Progressive Online Media You Can Trust
So much fake news and so much pablum. Retake was going to undertake a massive review of the media to assemble an inventory of publications you can trust and organize them into issue areas, creating a useful inventory of resources. This is a page that will grow and become more robust.
We have found a great place to start because Local Futures: The Economics of Happiness had already developed an excellent inventory of reliable media organized by topic areas. Click here to find a wide range of media sources you can trust and they are organized into categories and by geography. Best of all, once you click on one category each of the sources is listed with links to their website. Very handy little resource. Unfortunately, for reasons I do not know, The Nation Magazine was not included in their otherwise excellent list of reliable media focusing on politics. Otherwise a great list.
Progressive Articles to Grow With
Local Futures also has a list of specific readings on a range of topics. Click here for an inventory of readings from Local Futures, the Economics of Happiness. They have readings organized by:
- Localization and Globalization.
- Economic Development
- Cultural Development
- Supporting curricula with a range of articles on topics like:
- A Vision for the Future;
- Globalization and Planetary Emergency;
- Localization Alternatives;
- Food, Farming and Where We Can Get Our Food in a Sustainable World
Books Worth a Read
This is a very partial list and we ask for your suggestions. But if you worked your way through all these books, you’d be one very well-informed progressive. For all books, we ask that you not purchase through Amazon. Please work with your local book store. Amazon sells guns, toxic chemicals, and anything anyone wants to sell, regardless of its benefit to the community or the world. Most local book stores employ local people and sell books and coffee. In Santa Fe, we recommend Collected Works. 505 988-4336. 202 Galisteo St. or www.collectedworksbookstore.com where you can find out their ongoing range of events.
No Is Not Enough, Naomi Klein. After outlining clearly all we must resist, Klein articulates the flip side, what we can believe in and advocate for. A very short, easily digestible read.
Demand the Impossible. Bill Ayers. Another short, accessible book that examines America today and poses bold policy and organizing ideas that, like Klein, expand our horizons of the possible and help us understand that the impossible just could be possible.
The Public Bank Solution. Ellen Brown. This book will blow your mind. First it clearly articulates the house of cards that is our banking system and the absolutely astonishing way that the big banks control so much more than we imagine. Then Brown describes very clearly how public banks at the city, state and national levels could save the public sector trillions of dollars and dedicate those funds to….us (the 99%), not them (the 1%). Required reading for anyone who lives in a community considering developing a public bank. They want you to think it is impossible. It is not.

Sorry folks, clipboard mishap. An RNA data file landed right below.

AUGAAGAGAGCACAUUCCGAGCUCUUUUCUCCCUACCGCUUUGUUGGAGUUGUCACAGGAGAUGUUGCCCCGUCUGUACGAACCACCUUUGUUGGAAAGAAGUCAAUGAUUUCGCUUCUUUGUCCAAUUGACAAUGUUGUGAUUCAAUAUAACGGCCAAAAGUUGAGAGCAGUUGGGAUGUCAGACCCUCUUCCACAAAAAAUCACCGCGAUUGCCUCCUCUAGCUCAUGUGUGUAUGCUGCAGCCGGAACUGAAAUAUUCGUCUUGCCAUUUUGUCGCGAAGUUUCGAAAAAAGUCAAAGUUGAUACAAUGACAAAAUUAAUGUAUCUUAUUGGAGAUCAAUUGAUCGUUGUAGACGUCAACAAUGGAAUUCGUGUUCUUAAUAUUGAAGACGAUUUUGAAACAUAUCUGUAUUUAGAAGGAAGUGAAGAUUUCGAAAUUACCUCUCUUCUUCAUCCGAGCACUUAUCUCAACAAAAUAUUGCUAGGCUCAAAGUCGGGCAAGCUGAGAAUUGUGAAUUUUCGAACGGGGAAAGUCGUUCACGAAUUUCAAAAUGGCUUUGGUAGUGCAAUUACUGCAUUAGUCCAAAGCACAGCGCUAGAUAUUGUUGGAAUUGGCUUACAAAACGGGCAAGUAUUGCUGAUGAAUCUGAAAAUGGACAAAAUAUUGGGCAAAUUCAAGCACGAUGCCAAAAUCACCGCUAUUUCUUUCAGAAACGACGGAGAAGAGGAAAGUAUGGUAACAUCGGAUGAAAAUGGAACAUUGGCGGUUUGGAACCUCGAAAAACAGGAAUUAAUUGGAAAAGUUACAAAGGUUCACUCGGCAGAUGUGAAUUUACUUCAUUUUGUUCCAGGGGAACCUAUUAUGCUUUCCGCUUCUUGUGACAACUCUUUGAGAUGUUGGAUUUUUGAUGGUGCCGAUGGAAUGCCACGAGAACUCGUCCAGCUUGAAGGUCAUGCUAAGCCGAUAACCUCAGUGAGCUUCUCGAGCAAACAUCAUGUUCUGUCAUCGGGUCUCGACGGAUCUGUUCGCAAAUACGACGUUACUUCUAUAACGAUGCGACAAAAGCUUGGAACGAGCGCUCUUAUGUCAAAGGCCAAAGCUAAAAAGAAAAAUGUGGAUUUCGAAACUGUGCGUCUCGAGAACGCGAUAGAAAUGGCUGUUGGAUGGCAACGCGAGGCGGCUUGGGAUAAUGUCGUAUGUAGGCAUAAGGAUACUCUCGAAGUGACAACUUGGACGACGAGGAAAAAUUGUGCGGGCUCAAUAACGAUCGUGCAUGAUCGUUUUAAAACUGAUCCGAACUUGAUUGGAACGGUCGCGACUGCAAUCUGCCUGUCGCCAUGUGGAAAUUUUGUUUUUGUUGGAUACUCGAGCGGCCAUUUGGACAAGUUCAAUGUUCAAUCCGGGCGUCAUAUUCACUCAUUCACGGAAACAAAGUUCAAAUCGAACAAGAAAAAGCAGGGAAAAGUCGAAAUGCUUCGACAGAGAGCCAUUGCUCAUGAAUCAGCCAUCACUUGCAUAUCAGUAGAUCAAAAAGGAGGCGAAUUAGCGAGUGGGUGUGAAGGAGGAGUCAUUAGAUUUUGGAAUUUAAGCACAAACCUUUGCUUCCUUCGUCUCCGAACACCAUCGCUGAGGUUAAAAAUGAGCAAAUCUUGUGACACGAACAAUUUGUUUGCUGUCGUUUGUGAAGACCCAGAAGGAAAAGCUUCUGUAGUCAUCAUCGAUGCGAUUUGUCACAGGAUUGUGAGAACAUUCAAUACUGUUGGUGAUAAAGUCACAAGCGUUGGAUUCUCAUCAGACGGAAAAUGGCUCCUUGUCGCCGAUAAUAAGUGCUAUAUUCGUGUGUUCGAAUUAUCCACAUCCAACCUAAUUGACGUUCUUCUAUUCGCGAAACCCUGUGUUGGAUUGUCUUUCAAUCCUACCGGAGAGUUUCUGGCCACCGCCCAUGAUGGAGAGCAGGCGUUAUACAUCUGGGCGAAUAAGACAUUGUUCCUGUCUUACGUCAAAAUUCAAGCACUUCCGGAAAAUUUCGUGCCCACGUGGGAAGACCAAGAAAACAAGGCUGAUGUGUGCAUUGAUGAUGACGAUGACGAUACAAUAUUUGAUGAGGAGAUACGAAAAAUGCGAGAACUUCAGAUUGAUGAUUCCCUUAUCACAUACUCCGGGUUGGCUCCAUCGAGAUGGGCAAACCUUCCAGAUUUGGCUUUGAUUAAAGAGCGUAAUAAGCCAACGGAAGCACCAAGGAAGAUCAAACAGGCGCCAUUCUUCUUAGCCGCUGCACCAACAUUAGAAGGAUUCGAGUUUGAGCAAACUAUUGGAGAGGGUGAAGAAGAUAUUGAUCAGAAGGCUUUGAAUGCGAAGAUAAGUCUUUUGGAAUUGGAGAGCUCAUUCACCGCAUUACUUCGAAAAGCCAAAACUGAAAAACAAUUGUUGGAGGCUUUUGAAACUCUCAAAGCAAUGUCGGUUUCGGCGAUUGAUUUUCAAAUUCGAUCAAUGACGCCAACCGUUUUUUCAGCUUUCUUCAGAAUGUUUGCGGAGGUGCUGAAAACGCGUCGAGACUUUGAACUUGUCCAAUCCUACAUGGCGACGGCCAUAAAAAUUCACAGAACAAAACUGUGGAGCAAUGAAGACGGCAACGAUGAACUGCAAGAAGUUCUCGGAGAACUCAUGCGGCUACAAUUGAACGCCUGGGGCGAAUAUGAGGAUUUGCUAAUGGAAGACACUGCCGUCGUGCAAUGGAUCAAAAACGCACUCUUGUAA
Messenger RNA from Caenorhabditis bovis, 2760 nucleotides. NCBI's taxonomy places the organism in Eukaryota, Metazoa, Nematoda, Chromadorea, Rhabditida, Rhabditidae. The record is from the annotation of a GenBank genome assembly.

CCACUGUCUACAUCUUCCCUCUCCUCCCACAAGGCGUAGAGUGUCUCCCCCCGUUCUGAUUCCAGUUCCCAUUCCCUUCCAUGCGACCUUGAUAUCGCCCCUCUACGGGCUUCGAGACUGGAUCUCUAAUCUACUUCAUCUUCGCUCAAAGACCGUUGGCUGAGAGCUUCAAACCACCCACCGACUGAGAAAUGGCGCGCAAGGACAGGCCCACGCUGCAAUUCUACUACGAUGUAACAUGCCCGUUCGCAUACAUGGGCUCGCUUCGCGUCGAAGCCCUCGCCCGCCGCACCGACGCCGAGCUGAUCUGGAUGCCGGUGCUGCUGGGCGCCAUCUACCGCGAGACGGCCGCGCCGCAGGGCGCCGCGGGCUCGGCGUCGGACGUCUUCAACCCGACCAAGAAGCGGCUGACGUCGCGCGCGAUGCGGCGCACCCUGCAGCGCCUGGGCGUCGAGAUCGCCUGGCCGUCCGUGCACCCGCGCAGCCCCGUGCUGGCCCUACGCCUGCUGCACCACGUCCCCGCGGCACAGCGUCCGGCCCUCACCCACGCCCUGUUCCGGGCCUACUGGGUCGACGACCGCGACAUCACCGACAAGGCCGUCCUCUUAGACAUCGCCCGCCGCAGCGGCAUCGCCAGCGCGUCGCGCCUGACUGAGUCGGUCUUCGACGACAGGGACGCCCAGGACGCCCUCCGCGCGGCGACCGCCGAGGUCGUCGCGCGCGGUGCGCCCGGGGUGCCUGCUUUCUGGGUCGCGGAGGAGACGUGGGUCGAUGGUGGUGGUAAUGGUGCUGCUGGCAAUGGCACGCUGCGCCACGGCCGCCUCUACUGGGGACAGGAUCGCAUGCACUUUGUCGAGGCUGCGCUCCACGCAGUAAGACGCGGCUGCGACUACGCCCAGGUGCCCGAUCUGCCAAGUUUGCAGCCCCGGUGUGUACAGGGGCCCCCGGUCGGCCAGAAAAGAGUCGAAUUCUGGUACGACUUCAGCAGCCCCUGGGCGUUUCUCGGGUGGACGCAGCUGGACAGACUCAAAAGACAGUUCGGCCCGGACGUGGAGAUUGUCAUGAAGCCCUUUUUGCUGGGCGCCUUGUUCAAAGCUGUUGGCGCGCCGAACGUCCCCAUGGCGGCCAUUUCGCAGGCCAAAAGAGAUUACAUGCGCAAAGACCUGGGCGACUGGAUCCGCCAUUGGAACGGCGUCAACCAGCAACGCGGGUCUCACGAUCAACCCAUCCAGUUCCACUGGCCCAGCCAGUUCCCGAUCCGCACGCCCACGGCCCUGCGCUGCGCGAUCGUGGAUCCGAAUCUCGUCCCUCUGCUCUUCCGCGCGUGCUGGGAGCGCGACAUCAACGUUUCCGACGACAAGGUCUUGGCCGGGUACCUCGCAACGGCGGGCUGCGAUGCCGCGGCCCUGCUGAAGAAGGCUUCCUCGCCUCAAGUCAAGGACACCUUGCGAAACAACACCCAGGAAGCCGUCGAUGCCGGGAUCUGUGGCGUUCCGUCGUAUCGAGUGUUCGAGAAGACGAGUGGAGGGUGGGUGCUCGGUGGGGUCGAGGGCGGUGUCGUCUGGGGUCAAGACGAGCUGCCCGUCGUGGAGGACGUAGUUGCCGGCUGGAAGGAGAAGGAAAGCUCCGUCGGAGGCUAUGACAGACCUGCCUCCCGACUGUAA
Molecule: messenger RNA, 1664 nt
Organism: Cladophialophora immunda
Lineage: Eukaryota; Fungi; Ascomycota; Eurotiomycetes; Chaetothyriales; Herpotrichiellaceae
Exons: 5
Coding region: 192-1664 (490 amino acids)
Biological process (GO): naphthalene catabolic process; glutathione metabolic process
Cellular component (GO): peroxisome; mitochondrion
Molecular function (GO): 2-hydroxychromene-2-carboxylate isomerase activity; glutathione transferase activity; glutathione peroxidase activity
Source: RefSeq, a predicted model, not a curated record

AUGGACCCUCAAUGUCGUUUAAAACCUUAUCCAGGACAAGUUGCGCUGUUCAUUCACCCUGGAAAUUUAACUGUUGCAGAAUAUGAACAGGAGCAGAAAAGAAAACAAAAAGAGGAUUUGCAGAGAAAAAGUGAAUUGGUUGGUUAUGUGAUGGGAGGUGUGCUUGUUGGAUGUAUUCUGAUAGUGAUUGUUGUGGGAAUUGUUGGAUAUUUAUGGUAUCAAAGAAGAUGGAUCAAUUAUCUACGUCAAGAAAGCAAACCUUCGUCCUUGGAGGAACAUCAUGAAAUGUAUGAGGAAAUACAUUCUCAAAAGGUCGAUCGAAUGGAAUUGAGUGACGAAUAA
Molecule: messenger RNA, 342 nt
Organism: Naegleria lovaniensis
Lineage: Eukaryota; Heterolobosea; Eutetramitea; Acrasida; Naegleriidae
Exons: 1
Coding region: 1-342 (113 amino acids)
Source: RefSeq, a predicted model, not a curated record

This Changes Everything. Naomi Klein. A long read but Klein covers a good deal of ground in a brilliantly written book that explains how the intersection of social, racial, economic, indigenous and climate justice…connecting the dots…. can lead to a stronger, more unified movement and that climate change poses an urgent deadline that can animate engagement and activism. One of my all-time favorite books.
An Indigenous Peoples’ History of the United States, Roxanne Dunbar-Ortiz. An excellent primer on the history of US colonization from the perspective of indigenous peoples.
How to Kill a City, Peter Moskowitz. Another short, accessible read that will introduce you to the causes of gentrification and its impact on low-income communities that not so coincidentally are mostly communities of color. He examines New York, Detroit, New Orleans and San Francisco. Very applicable to communities throughout the US.
The End of Growth, Richard Heinberg. Examines the critical need to develop a new economic model that does not measure quality of life by economic growth that relies upon unnecessary consumption and that benefits only the one percent. A tremendous eye-opener.
No More Heroes, Jordan Flaherty. An interesting read about how privileged individuals can best support grassroots movements, not necessarily by leading and being heroes, but learning from those who have been fighting the battles for decades and following and supporting their lead.
Dark Money, Jane Mayer: The Hidden History of Billionaires Behind the Rise of the Radical Right. If you ever want to learn how we wound up in the mess we are in with the powers that be on strings pulled by the 1%, read this book.
The Shock Doctrine: There Rise of Disaster Capitalism, Naomi Klein. Klein describes in detail how the corporatocracy, the 1% and the right use terrible shocks, disasters and events of violence to advance capitalist control of just about everything. Totally groundbreaking work that explains one helluva a lot.
Don’t Think of an Elephant: Know Your Values and Frame the Debate, George Lakoff. This is an essential guide to progressive conversation and communication whether you are talking with a neighbor or family member, writing a letter to the editor, or testifying at your City Council. Lakoff explains how the right has captured how we discussed issues and how we can reclaim the higher ground.